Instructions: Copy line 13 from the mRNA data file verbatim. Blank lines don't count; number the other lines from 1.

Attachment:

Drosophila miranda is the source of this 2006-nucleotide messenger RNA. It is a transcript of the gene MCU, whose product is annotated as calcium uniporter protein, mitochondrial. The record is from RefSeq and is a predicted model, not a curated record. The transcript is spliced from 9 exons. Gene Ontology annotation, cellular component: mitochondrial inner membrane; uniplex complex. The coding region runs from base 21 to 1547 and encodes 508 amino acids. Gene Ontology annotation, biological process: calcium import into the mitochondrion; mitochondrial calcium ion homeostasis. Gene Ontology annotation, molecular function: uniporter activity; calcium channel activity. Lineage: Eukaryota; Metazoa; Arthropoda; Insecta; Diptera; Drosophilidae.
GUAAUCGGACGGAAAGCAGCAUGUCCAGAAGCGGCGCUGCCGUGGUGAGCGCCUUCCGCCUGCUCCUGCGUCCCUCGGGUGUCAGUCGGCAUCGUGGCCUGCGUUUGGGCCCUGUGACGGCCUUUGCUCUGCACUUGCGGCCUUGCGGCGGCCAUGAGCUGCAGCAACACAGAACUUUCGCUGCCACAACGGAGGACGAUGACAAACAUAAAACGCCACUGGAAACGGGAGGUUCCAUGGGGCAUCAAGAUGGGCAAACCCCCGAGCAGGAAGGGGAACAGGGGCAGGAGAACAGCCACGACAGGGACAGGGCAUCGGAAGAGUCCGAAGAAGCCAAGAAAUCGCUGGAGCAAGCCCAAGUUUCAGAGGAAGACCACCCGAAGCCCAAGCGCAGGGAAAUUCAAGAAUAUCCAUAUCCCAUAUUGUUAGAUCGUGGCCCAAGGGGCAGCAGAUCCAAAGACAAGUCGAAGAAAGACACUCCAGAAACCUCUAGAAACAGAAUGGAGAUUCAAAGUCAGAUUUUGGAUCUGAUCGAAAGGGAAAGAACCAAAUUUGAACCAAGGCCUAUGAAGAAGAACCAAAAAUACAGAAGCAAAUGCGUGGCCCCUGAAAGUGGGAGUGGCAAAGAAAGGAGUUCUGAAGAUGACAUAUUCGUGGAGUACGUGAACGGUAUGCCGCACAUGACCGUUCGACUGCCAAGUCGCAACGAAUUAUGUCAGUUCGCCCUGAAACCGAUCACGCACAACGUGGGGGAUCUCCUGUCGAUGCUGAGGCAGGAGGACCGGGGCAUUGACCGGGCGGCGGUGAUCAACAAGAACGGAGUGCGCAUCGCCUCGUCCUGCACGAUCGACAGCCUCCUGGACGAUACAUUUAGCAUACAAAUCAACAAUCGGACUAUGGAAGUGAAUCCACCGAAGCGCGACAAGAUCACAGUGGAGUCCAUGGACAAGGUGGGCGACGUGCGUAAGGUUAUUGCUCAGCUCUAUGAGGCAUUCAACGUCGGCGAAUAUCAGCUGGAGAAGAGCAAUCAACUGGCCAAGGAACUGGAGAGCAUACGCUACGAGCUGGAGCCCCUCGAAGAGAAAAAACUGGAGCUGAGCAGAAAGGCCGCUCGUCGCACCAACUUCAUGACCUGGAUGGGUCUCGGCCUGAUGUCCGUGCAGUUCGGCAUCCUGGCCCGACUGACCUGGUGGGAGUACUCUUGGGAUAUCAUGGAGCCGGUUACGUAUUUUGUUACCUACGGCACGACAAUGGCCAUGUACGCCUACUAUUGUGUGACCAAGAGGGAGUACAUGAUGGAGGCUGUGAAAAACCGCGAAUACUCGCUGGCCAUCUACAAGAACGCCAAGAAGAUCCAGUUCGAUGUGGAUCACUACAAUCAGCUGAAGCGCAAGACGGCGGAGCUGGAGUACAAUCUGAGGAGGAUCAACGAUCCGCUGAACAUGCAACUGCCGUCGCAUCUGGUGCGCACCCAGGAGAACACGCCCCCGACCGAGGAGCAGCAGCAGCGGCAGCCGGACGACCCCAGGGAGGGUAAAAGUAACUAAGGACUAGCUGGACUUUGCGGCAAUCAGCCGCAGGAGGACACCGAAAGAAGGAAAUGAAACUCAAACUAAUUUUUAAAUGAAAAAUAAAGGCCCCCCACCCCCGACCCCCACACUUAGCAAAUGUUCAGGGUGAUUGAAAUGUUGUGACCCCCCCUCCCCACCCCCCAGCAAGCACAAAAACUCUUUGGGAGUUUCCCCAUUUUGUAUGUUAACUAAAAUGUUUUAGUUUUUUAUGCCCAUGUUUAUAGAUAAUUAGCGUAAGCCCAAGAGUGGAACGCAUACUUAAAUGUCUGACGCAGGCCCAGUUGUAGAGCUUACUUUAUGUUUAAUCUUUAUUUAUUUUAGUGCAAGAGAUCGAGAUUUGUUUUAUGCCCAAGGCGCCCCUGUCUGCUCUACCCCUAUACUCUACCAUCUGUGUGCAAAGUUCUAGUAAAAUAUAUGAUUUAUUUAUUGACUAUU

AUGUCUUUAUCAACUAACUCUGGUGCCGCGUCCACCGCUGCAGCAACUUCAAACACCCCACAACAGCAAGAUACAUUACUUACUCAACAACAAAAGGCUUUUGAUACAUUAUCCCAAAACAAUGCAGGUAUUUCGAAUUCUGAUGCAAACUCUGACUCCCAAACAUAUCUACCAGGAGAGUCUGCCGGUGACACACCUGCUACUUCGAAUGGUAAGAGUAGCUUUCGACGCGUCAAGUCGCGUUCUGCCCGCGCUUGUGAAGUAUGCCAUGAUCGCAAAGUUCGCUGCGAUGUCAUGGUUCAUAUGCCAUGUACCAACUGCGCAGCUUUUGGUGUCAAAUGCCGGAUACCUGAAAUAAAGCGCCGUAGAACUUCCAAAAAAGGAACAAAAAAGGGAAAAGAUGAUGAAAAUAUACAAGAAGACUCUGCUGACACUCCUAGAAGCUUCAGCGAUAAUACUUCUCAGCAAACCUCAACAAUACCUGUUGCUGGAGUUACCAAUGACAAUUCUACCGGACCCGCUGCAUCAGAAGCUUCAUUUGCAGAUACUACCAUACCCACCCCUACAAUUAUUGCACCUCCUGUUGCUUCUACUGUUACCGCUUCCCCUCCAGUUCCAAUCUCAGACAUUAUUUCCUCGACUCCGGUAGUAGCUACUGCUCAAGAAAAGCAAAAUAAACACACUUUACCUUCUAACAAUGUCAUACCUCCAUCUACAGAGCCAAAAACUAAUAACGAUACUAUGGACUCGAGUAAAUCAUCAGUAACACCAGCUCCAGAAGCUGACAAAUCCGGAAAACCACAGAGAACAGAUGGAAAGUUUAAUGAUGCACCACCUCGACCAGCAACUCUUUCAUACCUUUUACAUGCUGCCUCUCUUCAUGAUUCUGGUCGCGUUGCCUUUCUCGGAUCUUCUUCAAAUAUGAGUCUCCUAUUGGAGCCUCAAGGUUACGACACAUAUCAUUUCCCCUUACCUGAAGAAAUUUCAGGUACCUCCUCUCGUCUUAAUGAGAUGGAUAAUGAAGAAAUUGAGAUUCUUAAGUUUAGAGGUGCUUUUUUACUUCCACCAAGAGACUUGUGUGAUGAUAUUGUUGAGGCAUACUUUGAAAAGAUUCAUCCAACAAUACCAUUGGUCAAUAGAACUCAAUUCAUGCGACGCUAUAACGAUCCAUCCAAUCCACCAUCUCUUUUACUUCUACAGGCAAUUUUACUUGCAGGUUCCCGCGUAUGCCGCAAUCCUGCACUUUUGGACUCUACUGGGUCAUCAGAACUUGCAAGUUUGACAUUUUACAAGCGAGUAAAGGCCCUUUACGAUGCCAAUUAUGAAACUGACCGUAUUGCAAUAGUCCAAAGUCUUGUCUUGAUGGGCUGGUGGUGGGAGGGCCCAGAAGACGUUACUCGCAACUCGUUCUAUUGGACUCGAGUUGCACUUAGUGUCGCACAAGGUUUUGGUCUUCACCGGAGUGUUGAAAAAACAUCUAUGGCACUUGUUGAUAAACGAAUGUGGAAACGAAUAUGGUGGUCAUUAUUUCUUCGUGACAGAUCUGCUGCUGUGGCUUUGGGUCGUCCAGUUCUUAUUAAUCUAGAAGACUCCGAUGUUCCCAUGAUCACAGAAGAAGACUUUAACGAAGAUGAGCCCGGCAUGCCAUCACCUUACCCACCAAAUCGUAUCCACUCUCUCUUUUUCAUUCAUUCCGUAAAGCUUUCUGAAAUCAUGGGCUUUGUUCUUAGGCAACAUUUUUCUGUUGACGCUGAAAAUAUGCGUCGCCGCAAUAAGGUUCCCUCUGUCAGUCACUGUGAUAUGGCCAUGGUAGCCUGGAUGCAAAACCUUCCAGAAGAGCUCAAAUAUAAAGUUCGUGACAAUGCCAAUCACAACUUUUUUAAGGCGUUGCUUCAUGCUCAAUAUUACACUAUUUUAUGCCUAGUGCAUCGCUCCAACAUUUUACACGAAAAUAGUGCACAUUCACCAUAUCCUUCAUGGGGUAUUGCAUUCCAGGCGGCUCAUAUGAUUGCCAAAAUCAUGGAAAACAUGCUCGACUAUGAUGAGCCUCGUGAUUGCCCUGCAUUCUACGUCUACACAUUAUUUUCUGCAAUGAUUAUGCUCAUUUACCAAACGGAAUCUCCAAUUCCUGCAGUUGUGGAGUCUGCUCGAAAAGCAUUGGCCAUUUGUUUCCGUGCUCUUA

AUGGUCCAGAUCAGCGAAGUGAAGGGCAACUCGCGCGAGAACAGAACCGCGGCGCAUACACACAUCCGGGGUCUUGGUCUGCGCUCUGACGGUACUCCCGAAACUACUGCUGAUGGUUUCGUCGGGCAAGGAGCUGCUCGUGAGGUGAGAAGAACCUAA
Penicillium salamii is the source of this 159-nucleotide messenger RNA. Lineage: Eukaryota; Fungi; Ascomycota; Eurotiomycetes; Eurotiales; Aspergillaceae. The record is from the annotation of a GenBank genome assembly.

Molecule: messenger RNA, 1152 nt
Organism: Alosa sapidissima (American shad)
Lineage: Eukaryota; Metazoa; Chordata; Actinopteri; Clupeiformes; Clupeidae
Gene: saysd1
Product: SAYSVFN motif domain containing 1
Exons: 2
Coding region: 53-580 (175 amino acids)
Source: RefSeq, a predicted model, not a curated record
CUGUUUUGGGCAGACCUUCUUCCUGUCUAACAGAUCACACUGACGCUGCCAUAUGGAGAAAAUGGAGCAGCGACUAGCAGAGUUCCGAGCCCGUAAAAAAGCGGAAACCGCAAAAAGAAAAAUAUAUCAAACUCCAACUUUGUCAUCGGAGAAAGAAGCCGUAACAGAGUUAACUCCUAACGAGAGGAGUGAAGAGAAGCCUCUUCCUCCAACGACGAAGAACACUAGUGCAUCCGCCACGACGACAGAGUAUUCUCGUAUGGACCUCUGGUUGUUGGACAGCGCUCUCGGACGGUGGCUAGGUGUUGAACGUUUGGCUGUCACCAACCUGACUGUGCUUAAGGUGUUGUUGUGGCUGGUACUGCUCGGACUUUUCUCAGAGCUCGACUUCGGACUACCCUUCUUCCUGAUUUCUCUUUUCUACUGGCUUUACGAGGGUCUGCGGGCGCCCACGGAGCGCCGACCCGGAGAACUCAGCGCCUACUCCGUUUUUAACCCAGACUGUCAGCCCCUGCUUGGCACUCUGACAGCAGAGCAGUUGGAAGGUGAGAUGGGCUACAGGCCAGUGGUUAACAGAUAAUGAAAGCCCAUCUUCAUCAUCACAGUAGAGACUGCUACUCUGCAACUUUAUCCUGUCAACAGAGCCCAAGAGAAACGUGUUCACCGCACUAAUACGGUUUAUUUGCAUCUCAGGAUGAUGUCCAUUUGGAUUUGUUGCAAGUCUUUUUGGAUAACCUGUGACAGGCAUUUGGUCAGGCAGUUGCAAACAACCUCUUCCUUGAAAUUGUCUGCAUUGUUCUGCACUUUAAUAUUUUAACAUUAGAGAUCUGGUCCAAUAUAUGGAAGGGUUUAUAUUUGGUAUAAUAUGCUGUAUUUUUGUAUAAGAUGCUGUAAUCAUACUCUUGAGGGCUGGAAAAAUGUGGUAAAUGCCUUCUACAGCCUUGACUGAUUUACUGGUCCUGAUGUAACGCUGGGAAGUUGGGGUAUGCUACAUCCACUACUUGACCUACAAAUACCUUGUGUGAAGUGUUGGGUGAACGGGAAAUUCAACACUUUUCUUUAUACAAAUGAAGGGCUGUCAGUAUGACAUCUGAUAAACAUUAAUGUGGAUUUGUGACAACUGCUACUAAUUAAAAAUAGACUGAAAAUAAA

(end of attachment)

Source: RefSeq, a predicted model, not a curated record